What is your role, as a member of the educational team, if a student brings a service animal to school? Why might such an animal be needed? This article is intended to provide the tools needed to understand the important role such an animal plays in the life of a student with a disability, using research on the subject.
Teachers devote a lot of energy to teaching students to become competent readers, which is even more challenging in the inclusive classroom where some students have reading difficulties. This article examines the efficacy of a teaching activity program designed and tested in the three tiers of the Response to Intervention (RTI) model.
Activated Learning for Students with Learning Disabilities: A Mainstream, Whole-Class, Executive Function Intervention that is Necessary for Some and Good for All
“Activated Learning” (AL), also called the “EFs2theRescue Pedagogy” in Guare and Dawson’s 3rd edition of Executive Skills in Children and Adolescents, is an adaptive executive function (EF) intervention that aims to facilitate high-impact teaching and learning that is necessary for some and good for all in typical classrooms. AL is a self-regulated learning pedagogy that, among other benefits, allows teachers to support students with learning disabilities (LDs) as part of their everyday teaching. It was developed in 2014 by a special education teacher (the author) and has been championed by hundreds of educators in several school boards in Canada, the U.S. and the U.K.
One of the main reading difficulties people with LDs have is in decoding printed words. People without LDs often use a phonics approach to sound out unfamiliar words but that does not work as well for many people with LDs who have difficulty in phonological processing – that is, in hearing the different sounds in words. They may also have difficulty associating sounds with letters (Lyon, 1995). This, in turn, interferes not only with the ability to sound out unfamiliar words but it also strongly affects spelling – for how could someone spell a word accurately when they do not hear all of the sounds in the word?
Behavioural disorders, particularly those of the externalized type, and learning disabilities often occur together. Indeed, the comorbidity between these two types of disorders in students was identified more than 20 years ago (Hinshaw, 1992). More specifically, empirical studies have shown that 75% of students with learning disabilities also lack social skills (Lane, Gresham, & O’Shaughnessy, 2002; National Dissemination Center for Children with Disabilities, 2008).
In this article, we seek to understand the errors that students make. We offer a number of cautionary notes for creating activities for the acquisition of this mathematical concept. The errors explored in this article come out of research involving students between the ages of 9 years and 12 years, at the moment when they displayed reactions of avoidance, worry or anxiety (DeBlois and Bélanger, 2016, DeBlois, 2014).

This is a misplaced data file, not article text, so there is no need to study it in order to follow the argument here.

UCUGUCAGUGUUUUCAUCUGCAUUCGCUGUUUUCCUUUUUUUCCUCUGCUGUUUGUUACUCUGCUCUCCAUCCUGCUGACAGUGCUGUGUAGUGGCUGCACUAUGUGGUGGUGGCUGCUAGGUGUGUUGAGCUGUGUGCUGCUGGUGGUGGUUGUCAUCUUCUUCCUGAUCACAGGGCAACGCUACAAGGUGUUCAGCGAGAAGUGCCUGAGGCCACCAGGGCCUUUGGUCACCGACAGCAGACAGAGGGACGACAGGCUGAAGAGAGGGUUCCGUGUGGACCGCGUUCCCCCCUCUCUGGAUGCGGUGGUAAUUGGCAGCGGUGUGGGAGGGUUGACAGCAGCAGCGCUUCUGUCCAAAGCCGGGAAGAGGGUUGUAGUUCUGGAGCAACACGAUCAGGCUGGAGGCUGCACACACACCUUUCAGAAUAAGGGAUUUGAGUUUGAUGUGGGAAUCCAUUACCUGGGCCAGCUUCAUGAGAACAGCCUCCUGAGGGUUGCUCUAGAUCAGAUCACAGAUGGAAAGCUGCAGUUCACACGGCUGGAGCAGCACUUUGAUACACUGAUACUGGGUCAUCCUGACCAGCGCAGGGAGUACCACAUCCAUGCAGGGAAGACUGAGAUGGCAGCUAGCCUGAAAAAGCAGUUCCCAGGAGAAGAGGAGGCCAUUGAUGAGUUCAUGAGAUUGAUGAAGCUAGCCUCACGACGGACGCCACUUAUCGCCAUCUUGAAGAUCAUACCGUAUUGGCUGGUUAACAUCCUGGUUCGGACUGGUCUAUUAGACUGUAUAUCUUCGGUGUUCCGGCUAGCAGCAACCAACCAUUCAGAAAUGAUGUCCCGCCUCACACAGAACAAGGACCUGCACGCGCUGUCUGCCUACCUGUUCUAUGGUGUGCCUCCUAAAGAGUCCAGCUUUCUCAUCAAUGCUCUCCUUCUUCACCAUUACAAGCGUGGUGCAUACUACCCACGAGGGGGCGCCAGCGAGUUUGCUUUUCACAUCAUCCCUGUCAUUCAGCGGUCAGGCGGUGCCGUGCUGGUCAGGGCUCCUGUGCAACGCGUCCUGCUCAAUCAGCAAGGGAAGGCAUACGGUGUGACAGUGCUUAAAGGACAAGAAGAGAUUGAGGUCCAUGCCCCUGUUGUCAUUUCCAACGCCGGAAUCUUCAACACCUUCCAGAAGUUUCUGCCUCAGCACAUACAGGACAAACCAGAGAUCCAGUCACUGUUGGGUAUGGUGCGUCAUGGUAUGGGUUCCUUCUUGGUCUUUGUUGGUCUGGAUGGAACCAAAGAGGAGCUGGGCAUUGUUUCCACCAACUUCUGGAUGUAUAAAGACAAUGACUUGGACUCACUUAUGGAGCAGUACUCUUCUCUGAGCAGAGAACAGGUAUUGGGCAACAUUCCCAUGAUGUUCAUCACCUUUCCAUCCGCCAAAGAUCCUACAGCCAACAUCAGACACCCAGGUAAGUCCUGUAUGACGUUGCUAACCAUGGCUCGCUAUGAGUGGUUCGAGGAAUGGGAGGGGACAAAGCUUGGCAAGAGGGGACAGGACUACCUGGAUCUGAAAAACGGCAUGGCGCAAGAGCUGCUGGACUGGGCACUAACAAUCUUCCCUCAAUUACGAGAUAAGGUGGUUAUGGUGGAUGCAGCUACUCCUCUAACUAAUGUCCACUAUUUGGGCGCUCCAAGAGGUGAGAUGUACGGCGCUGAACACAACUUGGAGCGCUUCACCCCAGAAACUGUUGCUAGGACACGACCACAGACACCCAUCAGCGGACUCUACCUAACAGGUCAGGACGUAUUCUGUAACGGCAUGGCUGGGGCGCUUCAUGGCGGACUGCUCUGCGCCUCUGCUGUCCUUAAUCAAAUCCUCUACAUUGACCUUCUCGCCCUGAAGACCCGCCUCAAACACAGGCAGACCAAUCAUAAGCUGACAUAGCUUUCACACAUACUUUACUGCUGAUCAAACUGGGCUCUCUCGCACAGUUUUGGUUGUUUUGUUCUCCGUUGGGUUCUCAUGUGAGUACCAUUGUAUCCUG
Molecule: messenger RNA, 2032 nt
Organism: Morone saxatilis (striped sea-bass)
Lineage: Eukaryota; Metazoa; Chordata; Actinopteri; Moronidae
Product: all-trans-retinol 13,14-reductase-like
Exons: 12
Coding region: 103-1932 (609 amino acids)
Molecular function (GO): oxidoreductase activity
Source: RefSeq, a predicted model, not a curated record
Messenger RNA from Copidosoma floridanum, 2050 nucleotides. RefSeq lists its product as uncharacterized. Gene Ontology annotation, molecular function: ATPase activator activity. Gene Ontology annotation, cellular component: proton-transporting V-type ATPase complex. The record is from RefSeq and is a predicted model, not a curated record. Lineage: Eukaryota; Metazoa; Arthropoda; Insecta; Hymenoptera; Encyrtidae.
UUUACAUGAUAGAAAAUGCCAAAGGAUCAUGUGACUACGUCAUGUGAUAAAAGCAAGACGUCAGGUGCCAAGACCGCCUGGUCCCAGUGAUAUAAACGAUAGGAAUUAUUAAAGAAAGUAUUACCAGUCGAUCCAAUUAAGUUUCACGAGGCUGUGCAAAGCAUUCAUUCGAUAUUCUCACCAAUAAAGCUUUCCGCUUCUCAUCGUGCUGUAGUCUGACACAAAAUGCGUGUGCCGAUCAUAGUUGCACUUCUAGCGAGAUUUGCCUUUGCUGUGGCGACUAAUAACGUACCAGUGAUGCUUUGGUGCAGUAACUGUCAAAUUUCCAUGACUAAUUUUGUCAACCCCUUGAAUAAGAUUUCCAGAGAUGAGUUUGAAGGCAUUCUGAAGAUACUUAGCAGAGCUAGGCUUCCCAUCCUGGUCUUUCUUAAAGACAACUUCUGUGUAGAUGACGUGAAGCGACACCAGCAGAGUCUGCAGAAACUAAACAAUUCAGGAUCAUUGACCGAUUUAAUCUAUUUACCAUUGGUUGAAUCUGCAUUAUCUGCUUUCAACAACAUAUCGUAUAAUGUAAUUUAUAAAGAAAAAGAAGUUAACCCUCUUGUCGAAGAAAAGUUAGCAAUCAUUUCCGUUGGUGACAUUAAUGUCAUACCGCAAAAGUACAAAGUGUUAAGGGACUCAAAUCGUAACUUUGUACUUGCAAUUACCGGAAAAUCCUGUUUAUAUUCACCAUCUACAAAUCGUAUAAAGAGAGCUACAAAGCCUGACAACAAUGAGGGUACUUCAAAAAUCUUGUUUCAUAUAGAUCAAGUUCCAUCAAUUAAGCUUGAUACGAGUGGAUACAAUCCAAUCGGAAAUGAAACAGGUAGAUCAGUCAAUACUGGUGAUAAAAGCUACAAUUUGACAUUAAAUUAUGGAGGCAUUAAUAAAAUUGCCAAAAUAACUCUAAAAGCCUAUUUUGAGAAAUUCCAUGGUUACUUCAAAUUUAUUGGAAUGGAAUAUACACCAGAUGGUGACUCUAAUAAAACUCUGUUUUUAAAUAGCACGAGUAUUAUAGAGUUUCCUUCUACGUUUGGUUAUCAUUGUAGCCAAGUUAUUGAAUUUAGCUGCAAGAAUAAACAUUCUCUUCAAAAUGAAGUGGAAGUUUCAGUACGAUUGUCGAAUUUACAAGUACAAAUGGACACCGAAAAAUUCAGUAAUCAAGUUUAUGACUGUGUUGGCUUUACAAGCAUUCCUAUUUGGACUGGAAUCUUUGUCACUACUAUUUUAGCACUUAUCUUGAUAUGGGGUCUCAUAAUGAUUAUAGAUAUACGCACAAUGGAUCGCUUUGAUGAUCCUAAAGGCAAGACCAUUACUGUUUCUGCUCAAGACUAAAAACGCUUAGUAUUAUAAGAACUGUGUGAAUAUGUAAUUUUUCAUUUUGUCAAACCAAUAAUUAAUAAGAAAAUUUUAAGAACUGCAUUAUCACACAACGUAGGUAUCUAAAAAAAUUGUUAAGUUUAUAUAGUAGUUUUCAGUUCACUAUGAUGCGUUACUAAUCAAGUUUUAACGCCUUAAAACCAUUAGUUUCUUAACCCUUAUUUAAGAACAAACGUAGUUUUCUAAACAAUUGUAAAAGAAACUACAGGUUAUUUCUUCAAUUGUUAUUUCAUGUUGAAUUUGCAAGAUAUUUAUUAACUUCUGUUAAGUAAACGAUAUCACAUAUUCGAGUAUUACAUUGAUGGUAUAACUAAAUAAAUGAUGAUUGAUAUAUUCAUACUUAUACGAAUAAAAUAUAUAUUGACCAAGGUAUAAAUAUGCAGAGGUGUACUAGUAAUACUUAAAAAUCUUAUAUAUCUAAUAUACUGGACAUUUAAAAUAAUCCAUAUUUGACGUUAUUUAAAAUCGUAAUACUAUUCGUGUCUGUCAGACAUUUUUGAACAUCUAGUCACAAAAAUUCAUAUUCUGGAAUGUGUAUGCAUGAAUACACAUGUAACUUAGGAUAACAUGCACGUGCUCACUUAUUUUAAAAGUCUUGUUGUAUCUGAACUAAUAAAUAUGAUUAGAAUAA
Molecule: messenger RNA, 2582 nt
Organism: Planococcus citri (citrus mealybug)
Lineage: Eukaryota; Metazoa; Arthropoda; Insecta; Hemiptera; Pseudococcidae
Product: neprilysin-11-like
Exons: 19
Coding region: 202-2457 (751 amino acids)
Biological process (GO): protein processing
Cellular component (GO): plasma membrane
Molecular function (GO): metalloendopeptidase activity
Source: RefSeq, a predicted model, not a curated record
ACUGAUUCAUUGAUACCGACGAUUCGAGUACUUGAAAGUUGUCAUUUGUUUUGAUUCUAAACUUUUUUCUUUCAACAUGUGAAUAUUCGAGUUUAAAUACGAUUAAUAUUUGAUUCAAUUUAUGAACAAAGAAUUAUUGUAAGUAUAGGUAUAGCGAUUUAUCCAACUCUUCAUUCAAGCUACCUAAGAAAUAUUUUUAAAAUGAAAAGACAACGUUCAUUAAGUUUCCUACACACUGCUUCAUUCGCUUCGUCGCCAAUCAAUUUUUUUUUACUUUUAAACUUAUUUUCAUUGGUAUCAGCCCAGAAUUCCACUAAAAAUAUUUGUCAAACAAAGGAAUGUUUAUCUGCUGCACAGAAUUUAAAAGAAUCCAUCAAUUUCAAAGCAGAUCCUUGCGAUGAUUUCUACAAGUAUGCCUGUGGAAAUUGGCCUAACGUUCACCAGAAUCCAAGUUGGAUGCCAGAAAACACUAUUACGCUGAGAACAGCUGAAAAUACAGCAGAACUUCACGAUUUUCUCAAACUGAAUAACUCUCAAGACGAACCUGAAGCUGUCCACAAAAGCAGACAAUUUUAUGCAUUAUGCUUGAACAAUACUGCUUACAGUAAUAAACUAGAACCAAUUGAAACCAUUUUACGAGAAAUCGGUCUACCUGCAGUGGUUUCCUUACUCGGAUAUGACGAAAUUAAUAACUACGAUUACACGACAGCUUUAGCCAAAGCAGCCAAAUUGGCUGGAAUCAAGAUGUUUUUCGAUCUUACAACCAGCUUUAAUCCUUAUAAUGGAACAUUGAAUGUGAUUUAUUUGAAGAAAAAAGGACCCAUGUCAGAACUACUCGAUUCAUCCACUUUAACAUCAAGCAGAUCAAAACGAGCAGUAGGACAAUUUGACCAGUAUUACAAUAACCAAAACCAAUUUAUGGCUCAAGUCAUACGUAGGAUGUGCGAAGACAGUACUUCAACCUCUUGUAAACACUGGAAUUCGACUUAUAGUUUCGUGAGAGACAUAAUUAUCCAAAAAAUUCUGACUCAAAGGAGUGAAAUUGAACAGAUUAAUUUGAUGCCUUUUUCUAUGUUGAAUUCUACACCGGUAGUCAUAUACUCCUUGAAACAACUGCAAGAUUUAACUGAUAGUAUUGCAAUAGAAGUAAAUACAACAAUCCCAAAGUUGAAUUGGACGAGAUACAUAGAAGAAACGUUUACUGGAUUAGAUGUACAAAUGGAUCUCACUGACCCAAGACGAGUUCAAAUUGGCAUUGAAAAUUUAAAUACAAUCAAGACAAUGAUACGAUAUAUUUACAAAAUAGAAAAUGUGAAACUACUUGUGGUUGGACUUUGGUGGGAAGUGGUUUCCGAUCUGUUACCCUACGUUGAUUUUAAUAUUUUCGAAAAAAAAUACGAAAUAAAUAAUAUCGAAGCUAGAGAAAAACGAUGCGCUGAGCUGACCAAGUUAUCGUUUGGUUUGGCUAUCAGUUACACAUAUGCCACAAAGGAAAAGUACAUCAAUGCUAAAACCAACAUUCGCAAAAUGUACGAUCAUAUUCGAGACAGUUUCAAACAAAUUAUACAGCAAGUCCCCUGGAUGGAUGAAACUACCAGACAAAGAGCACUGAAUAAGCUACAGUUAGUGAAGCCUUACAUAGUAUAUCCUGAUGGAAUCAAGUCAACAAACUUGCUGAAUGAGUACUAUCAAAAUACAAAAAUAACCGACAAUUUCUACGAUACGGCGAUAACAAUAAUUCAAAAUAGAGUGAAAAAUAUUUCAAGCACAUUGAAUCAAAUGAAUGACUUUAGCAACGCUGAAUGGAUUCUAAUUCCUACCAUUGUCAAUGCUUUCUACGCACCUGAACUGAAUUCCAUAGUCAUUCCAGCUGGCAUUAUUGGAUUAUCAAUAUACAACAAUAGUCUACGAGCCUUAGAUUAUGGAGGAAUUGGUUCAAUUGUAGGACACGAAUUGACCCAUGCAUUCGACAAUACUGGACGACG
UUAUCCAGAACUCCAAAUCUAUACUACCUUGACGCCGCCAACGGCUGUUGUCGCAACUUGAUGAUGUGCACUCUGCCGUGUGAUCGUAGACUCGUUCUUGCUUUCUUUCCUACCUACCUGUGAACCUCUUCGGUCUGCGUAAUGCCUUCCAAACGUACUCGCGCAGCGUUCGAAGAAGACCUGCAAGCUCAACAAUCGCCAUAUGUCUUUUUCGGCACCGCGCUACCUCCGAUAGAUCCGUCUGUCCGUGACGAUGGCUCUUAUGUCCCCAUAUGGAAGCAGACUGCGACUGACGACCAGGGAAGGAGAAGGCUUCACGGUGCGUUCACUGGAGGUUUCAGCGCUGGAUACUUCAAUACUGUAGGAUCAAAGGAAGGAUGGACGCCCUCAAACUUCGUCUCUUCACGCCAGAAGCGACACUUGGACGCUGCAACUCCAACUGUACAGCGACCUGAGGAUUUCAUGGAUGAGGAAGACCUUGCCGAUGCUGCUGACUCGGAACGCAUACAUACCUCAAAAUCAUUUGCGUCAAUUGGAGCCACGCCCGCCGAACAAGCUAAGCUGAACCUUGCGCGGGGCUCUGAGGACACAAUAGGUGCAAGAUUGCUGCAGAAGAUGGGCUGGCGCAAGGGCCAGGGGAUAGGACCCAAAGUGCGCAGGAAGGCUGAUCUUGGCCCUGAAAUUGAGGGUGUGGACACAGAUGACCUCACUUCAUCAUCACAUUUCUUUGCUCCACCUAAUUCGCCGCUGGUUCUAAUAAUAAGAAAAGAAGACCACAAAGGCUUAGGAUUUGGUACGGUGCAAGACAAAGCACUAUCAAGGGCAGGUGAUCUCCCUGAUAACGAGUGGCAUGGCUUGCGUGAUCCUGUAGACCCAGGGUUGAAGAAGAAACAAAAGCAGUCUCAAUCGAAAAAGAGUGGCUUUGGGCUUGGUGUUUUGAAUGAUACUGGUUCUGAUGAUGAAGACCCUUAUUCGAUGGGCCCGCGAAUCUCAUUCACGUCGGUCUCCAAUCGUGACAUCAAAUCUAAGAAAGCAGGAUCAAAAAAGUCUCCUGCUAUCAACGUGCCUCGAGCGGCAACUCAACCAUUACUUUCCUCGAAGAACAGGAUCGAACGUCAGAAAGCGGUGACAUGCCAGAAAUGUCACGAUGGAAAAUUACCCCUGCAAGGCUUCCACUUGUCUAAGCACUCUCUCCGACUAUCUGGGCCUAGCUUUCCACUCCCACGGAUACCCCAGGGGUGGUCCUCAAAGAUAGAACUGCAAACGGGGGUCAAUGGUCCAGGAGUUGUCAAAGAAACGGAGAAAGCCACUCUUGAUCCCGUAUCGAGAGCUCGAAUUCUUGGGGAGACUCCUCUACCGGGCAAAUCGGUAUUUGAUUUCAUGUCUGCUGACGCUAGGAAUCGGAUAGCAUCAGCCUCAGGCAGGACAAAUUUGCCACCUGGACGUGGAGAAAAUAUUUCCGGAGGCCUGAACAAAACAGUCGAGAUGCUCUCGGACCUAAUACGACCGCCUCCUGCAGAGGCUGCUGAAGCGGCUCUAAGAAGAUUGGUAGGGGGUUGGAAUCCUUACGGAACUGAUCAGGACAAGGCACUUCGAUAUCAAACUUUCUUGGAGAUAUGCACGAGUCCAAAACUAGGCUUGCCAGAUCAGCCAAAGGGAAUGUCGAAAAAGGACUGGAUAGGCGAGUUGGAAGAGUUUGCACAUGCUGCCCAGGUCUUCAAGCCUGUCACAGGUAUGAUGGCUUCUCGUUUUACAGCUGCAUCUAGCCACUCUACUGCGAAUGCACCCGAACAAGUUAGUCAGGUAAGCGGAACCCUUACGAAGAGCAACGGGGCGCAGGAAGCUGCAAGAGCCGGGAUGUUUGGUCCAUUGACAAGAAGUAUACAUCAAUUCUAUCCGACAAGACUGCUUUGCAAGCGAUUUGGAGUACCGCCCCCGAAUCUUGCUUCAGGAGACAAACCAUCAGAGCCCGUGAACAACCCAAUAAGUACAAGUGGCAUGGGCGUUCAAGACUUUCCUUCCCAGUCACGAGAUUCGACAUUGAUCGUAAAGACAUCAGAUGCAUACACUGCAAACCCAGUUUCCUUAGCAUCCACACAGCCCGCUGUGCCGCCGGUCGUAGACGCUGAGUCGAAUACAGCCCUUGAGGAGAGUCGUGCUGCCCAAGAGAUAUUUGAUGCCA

For today’s students to participate in tomorrow’s decision-making, it is imperative that they possess the skills to be mobile and adept at reading, writing, and oral communication in science (Krajick & Sutherland, 2010; Pearson et al., 2010). Even though only some students will pursue careers in science, all will engage in reading about science during their lifetime. So, all students need to ‘read to learn’ in science!
by Michael Fairbrother and Dr. Jessica Whitley What is Self-regulation? Self-regulated learning is a process that assists students in managing their thoughts, behaviours, and emotions in order to successfully navigate their learning experiences (Zumbrunn, Tadlock, & Roberts, 2011). According to Canadian researcher, Shanker (2012), “self-regulation refers to a child’s ability to deal with stressors effectively and efficiently and then return to a baseline [...]
WEBINAR RECORDING: Understanding How our Students with LDs Process Information: Contextualizing working memory and cognitive load
Supporting the learning needs of students with learning disabilities requires more than a passing understanding of memory and the architecture of the mind. By exploring Baddeley and Hitch’s (1974) model of working memory, Jeffrey MacCormack and Ian Matheson will explain how information is processed and coded through memory systems and then later retrieved from the long-term memory.
By Jeffrey MacCormack and Ian Matheson Two trains depart simultaneously from cities 120 kilometres apart. The first train is travelling at 40 kilometres per hour and the second train is traveling at 60 kilometres per hour. How many minutes until they collide? If you have had to answer a word problem like this one, you [...]